Thomas A Clark was born in Greenock, Scotland. His poetry has been consistently attentive to form and to the experience of walking in the landscape, returning again and again to the lonely terrain of the Highlands and Islands.
In 1973, with the artist Laurie Clark, he started Moschatel Press. At first a vehicle for small publications by Ian Hamilton Finlay, Cid Corman, Jonathan Williams, Simon Cutts and others, it soon developed into a means of formal investigation within his own poetry, treating the book as imaginative space, the page as a framing device or as quiet around an image or a phrase, the turning of pages as revelation or delay.
From 1986, Laurie and Thomas A Clark have run Cairn Gallery, one of the earliest of ‘artist-run spaces’, specialising in Land Art, Minimalism and a lyrical or poetic Conceptualism. After many years in the Cotswolds, the Clarks moved in 2002 to re-open the gallery in Pittenweem. In addition to his books and smaller publications, Clark has also made site-specific installations in galleries, in gardens or in the landscape, and has many works in permanent collections world-wide.
Diane Howse works with different materials and processes across territories of image, object, print and publishing. She often works collaboratively with other practitioners and combines her work as an artist with the role of curator. “a slow air” was shown earlier this year at the National Centre for Early Music in York and her work was recently included in Harvest, curated by Peter Foolen, at kunstraumlangenlois p.p. in Austria. Her piece “Stone Ghosts”, for the online journal The Learned Pig, was also published earlier this year (http://www.thelearnedpig.org/stone-ghosts/4356). She has worked with Thomas A Clark, on many different projects, including recently his exhibition “The Grove of Delight” at Harewood House in 2016. She also recently collaboratively produced a major project “The Silent Wild” across two venues – the Brontë Parsonage and Salts Mill – working with seven other practitioners in 2015.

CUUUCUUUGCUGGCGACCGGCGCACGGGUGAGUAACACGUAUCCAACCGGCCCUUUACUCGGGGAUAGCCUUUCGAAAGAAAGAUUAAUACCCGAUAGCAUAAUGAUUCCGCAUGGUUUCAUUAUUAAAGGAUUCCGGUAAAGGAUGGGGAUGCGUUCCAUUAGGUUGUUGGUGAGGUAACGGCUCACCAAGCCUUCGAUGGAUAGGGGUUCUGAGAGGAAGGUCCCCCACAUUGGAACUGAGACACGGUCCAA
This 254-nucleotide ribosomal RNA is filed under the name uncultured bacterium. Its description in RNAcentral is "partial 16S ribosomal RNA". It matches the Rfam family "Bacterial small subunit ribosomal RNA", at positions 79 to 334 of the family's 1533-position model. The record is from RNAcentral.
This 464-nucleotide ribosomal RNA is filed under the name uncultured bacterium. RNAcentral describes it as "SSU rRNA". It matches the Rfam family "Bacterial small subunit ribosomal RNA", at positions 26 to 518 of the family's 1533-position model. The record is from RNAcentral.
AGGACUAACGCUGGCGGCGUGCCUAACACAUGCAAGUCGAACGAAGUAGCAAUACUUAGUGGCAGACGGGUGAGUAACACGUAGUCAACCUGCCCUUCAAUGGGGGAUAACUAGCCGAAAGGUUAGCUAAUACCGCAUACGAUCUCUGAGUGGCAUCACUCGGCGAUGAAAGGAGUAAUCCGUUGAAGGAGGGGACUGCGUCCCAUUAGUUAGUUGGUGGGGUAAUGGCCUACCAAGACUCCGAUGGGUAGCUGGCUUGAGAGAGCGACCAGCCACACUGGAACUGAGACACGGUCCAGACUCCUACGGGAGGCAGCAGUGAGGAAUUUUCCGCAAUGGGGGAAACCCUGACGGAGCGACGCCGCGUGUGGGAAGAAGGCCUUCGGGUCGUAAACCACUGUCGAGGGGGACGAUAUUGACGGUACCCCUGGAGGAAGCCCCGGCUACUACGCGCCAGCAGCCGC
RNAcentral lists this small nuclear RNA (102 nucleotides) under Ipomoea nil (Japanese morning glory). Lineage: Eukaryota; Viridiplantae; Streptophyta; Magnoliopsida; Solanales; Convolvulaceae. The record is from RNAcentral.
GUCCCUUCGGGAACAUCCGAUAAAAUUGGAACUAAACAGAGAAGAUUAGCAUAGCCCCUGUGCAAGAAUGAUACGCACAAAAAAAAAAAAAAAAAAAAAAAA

a slow air
In fiddle music, the slow air is usually intended for listening rather than dancing. Usually restrained, but with virtuosic embellishments, it situates both performer and audience firmly within a recognised tradition.